Small Talk is a photography collective comprised of seven women: Audra Osborne, Briana Cerezo, Jennifer Timmer Trail, Kelli Pennington, Kristina Hruska, Leslie Hickey, and Marico Fayre. The collective formed in Portland, Oregon in 2015.

As a group, we explore the nature of what it means to be a visual storyteller, pool resources, provide support and critique, and facilitate community events and discussions. We engage in the best kind of “small talk,” that which binds us together both as a collective and within a larger community of women and minority artists, fostering stronger work and collaboration. Our first book, We’re Always Touching by Underground Wires, was published in April 2018.

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Audra Osborne is a photographer and crafter living in Portland, Oregon. Her work stems from the often debilitating emotions she (and many people) feel on a daily basis. These ideas typically center around anxiety, depression, and loss. Her photographs act as a visual diary and study of these emotions, as well as a remedy. By creating these images she has created a space for herself and others to discuss these "taboo" topics on an open platform. This self-enforced openness has allowed her to become more in control of her anxiety, beyond systems and treatments. 

Audra graduated from the Savannah College of Art and Design in 2011 with a BFA in photography and has been living in and loving Portland ever since. Her work has be published and exhibited nationally. She owns a small photobooth company called Party Cat! and also currently works as the Program Manager for the photography nonprofit, Photolucida.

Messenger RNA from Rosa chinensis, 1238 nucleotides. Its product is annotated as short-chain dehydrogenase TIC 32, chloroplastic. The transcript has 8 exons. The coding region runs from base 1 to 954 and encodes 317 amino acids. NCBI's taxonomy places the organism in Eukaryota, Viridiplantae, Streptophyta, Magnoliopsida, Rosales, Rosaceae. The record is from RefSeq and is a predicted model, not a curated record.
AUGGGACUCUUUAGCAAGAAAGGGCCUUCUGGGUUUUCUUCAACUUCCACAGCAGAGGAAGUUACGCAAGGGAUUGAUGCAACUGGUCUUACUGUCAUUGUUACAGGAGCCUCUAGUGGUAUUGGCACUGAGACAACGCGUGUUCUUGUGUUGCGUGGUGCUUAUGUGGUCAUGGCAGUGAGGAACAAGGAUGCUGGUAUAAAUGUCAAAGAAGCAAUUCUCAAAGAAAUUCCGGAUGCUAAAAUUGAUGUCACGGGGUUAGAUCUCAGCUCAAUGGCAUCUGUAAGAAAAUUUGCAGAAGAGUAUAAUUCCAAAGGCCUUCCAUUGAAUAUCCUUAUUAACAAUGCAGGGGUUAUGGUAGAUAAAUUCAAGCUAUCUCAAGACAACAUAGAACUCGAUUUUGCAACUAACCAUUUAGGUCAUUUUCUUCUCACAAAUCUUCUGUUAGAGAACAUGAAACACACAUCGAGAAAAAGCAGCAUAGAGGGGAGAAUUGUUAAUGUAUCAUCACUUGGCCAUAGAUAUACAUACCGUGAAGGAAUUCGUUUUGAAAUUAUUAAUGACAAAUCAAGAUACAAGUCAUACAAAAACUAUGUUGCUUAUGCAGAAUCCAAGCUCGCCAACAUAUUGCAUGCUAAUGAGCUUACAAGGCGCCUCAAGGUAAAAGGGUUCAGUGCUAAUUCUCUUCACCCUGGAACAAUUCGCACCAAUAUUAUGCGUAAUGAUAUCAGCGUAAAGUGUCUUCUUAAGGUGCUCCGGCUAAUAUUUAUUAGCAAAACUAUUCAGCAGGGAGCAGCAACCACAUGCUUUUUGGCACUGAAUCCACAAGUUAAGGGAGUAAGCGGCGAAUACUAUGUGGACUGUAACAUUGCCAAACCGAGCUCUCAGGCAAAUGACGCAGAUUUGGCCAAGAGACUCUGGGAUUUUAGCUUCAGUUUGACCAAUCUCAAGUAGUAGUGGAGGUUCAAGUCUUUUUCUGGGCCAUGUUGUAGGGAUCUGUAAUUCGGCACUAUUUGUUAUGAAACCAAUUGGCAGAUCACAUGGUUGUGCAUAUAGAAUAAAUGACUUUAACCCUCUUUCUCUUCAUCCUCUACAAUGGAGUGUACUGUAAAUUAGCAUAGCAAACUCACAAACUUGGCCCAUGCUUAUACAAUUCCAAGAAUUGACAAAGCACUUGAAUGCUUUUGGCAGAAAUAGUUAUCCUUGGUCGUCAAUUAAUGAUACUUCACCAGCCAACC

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Briana utilizes photography as a process of discovery. Making photographs offers opportunities to deeply study those things in life that she finds most perplexing -- namely people, the nature of relationships, creative process, spirituality, philosophy, and the inner workings of the self. Photography allows her the opportunity to reflect and organize fragments of her experiences in order to make sense of the world and her role in it.

Briana's editorial and documentary photographs have been featured in newspapers and magazines such as Portland Monthly, Willamette Week, Portland Mercury, Fraction, Ain't-Bad and The New Asterisk, and her artwork has been exhibited in galleries throughout the Pacific Northwest. In 2017,  she was awarded an artist residency with Oregon Historical Society to interview and photograph members of diverse and underrepresented populations throughout Oregon.


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Originally from Northern Michigan, Jennifer spent over a decade in New York, and some time in Copenhagen and Victoria, BC, before recently settling in Portland, Oregon. Life circumstances have kept her far from the idyllic small town she still calls home, and this has played a crucial role in the development of her work. Her photographs explore the longings that exist within relationships, things we wish we could hold on to but can’t, and the nostalgia that accompanies the process of aging. She is most interested exploring and pushing the boundaries of what a photograph can communicate on an emotional and psychological level.